[Date Prev] [Date Next] [Thread Prev] [Thread Next] Indexes: Main | Date | Thread | Author

[ba-ohs-talk] Re: Email Requirements

John Sechrest wrote:    (01)

>  We basically have two different models of how things work:
>  a) Go look at a remote resource
>  b) Send the resource to me for me to look at.
>  ...
>  If you remove the assumption that email has to be able to function
>  when you are not connected to the network. then you can map
>  item (b) into item (a).    (02)

Yes. And there, I think, lies the potential for capturing knowledge.
Joe's comment that we should we capture the rules for authoring
mail messages and store them at some easily accessible, easily
referencable location (aka "floating to the top") was right on the
money.    (03)

We're talking about an intelligent blend of interactivity (b) and
referencable material (a). Where a-material is constructed out
of a b-process, and referenced or transcluded as part of
ongoing b-discussions. The concept I describe as a "human-
mediated, automated FAQ" is such a combination.    (04)

>  if you now assume that email is really an ordered index that is
>  dynamically updated, which keeps track of my activity with it. And
>  keeps all of the "mail oriented" activities managed around it,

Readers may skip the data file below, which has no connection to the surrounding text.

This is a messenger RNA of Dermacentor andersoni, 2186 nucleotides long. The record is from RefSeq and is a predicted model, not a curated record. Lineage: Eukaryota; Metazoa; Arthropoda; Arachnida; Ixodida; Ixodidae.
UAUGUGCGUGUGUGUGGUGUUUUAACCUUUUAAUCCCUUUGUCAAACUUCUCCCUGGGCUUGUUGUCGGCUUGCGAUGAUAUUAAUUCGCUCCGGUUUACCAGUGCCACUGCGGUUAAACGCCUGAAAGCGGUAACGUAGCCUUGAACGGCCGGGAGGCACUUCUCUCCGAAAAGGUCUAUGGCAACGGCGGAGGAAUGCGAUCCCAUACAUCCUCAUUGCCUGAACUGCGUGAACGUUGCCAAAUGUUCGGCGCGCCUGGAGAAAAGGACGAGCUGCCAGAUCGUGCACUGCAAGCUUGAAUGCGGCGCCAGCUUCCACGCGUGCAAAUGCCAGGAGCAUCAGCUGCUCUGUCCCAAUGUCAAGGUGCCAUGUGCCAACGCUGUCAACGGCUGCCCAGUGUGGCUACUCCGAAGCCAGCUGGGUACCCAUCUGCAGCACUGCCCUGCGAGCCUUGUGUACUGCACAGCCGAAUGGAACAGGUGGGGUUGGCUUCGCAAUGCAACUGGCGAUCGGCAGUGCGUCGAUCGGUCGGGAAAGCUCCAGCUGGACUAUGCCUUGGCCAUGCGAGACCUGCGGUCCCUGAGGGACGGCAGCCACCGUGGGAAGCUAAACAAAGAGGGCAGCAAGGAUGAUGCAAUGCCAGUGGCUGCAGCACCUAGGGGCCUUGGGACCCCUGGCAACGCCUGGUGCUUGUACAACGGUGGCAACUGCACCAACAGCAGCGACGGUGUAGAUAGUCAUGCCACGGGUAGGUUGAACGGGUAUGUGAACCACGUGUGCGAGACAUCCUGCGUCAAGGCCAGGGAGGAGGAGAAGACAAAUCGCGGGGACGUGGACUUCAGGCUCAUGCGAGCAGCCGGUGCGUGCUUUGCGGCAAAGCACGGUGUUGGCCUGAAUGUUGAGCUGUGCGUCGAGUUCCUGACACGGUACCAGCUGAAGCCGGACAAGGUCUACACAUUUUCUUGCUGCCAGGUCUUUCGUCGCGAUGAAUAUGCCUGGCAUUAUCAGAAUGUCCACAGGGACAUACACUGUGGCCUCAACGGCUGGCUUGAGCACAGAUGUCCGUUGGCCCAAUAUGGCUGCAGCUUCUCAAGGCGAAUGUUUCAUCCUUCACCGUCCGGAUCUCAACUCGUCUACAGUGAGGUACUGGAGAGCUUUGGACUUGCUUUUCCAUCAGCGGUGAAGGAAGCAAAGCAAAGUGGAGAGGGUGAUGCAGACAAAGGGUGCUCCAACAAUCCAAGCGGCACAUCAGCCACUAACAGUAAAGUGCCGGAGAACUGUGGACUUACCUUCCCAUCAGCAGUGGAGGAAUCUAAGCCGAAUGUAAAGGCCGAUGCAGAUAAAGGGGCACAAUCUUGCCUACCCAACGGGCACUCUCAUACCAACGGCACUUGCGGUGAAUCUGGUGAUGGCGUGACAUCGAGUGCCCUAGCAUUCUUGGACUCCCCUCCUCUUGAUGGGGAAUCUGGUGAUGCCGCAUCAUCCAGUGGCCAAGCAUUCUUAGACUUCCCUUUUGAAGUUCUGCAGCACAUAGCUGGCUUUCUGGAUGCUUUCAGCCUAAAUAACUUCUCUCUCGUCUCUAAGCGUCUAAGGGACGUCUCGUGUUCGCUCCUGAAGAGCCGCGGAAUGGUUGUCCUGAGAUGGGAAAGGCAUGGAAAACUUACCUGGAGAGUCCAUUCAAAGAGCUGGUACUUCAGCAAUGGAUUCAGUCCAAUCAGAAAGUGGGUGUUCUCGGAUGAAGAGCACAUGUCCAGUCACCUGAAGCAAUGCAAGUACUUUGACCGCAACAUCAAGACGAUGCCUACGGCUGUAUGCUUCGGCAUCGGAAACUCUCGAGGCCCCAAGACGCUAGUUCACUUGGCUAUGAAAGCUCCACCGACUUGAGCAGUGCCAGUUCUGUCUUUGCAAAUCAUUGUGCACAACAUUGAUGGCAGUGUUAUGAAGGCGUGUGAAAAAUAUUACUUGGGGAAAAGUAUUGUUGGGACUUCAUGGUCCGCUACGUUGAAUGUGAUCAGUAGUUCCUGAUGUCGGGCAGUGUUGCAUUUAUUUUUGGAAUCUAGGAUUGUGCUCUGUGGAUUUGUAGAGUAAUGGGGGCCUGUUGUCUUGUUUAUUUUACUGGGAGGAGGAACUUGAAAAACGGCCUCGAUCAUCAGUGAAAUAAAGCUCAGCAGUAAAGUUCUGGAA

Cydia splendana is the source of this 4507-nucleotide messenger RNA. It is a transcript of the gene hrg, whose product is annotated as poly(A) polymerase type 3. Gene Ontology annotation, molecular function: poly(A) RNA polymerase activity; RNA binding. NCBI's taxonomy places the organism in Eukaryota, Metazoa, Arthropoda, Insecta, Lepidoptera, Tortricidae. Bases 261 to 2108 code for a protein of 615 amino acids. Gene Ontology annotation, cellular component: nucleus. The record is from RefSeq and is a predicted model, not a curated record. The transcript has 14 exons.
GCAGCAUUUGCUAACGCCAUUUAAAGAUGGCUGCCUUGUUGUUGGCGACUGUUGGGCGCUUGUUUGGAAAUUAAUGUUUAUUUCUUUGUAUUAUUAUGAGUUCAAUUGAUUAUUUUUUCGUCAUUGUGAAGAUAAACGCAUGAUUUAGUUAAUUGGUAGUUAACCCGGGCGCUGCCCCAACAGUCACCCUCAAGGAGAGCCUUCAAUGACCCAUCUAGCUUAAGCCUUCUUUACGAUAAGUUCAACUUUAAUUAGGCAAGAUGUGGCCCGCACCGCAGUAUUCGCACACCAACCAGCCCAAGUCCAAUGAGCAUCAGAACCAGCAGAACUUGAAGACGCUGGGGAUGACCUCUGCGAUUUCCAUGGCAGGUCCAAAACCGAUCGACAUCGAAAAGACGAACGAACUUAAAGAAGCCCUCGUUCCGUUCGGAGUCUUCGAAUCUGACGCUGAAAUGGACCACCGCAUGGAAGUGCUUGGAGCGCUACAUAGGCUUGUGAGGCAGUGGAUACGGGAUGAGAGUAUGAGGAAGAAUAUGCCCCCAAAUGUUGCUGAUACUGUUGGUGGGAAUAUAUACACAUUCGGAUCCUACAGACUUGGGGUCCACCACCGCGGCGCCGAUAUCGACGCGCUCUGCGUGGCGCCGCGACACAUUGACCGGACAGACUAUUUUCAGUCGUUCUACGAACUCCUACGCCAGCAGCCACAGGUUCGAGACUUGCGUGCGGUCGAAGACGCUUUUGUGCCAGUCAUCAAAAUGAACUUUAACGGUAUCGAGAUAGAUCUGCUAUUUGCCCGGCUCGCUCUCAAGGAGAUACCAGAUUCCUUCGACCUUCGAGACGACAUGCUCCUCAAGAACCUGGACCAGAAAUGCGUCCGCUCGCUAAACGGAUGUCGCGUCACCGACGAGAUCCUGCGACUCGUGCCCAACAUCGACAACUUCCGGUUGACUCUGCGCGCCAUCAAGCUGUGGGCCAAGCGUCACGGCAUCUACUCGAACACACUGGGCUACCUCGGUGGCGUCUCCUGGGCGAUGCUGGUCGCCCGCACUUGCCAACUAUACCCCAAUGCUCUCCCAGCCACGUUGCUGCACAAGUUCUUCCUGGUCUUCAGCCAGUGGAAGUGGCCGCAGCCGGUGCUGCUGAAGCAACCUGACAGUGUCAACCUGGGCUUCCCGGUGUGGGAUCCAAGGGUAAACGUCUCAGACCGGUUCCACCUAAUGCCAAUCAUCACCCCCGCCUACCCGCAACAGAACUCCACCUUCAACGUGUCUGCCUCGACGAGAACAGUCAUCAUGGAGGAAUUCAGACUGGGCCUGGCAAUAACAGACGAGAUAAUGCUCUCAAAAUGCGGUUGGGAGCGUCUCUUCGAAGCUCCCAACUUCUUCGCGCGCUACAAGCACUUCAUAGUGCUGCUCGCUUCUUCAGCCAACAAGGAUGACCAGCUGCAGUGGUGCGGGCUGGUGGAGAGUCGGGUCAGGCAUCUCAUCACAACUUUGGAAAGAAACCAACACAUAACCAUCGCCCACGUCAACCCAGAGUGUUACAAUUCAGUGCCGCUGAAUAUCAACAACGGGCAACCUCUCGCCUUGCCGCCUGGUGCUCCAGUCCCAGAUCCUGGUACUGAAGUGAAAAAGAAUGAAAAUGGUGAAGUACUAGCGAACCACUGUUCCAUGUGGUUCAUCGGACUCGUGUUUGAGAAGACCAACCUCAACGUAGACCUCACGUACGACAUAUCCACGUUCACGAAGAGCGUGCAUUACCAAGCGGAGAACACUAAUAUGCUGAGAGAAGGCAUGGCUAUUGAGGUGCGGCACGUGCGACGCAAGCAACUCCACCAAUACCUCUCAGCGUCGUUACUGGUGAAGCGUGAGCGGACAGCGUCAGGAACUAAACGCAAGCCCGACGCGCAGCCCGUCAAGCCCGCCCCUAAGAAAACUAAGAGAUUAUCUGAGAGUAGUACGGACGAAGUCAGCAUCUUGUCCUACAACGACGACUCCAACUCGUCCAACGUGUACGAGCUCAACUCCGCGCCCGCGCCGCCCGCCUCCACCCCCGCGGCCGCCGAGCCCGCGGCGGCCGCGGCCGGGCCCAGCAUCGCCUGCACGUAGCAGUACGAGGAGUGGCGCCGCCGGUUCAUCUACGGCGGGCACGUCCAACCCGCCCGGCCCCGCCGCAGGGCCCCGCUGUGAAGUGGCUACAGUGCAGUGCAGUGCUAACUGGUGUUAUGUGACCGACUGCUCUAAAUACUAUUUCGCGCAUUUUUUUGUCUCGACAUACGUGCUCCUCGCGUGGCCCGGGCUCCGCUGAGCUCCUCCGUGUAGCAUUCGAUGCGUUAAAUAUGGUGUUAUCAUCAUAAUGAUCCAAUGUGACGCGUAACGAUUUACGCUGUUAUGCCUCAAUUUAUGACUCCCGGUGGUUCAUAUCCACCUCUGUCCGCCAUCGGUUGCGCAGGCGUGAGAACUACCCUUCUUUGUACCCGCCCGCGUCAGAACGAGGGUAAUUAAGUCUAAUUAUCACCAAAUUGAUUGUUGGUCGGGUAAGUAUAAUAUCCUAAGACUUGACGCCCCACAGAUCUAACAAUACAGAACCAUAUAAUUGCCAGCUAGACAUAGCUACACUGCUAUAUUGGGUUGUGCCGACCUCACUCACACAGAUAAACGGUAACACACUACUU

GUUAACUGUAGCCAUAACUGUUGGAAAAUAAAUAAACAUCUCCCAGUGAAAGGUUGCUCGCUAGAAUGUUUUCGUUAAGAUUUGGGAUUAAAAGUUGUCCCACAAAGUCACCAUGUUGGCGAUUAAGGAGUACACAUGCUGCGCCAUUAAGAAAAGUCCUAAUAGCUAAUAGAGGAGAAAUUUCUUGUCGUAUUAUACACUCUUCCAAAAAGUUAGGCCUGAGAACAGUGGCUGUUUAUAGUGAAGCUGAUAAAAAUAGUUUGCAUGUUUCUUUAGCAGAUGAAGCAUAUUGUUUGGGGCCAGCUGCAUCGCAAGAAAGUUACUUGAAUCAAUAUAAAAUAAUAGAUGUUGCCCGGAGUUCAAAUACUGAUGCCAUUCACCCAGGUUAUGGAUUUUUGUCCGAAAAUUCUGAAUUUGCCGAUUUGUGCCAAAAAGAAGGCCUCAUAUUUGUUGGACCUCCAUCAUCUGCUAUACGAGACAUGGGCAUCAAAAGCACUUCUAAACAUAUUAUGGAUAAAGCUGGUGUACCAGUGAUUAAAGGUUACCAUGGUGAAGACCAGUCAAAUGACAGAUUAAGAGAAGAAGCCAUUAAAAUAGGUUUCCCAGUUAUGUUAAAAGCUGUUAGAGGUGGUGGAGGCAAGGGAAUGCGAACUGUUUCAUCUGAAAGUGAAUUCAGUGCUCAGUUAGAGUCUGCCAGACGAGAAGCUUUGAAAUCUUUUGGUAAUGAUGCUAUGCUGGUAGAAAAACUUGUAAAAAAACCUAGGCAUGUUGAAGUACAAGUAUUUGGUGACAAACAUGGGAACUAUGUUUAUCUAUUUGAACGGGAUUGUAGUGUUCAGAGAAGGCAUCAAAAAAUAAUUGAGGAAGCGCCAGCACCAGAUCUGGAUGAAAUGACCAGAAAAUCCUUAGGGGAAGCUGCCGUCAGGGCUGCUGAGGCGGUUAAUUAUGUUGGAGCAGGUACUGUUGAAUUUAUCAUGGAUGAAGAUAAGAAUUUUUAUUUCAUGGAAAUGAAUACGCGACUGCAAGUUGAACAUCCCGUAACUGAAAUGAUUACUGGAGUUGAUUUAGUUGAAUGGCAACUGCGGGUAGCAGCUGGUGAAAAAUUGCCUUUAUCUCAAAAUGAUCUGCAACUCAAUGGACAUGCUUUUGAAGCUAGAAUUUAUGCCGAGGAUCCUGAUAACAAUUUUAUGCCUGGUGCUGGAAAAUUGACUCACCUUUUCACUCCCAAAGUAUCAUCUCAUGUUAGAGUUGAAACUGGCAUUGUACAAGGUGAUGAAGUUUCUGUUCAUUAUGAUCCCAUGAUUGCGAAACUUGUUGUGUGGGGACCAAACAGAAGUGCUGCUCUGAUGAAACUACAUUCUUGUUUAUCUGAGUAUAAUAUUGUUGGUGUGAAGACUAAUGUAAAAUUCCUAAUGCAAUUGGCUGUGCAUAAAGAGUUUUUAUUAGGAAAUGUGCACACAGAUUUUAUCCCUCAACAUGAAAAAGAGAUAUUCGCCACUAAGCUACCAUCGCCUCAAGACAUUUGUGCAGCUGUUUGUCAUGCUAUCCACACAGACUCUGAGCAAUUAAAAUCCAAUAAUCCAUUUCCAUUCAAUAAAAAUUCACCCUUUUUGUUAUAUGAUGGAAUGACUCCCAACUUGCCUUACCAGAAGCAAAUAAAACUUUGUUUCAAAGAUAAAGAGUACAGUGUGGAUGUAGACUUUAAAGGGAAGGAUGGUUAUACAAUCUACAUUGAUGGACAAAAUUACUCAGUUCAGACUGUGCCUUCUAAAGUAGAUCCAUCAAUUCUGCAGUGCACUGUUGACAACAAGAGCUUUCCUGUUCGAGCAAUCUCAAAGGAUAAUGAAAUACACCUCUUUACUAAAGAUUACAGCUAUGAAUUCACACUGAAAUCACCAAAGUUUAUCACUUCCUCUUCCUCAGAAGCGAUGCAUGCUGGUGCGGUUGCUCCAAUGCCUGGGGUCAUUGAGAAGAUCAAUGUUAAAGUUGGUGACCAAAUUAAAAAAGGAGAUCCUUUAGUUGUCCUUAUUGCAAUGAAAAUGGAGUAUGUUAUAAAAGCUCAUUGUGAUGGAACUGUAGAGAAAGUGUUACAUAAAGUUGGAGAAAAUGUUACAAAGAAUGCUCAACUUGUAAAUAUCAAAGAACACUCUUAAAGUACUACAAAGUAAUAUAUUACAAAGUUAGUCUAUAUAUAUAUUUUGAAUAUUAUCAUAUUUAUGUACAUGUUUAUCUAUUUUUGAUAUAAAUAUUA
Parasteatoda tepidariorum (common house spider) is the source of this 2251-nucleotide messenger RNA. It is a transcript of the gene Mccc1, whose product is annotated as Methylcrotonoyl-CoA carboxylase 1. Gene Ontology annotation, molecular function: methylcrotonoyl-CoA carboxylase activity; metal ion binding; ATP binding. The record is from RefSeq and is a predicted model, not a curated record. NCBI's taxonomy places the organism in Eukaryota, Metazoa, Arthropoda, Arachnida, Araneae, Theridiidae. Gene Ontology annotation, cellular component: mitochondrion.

>  then I think you are correctly on the right track for a new model
>  for mail.    (05)

Yeah. It has grown out of the fact that I now keep a large volume
of referencable material in my email folders. When NS added
hierarchical folders, the concept really took off. So I have a
project-level meta folder for project-specific stuff, and a HowTo
meta folder for tips & tricks (shell scripts, cvs, java, and html are
just some of the subcategories). When I find a good trick, I send
myself an email and store it in those folders, so I can find it again
later. It's the perfect help system, organically evolving over time!    (06)

>  but... we all care about privacy, and about performance, and about
>  offline utilization. so those have to be managed up front.    (07)

Privacy is a major issue from day one. One of the advantages to a
list-specific email program, I think, is the capacity to use HTML-
based messages in a limited forum, where spam is not an issue.    (08)

Then, when we figure out a good way to pound hell out of those
guys -- financially, legally,  physically, or whatever -- the concept
can be pushed into wider use.    (09)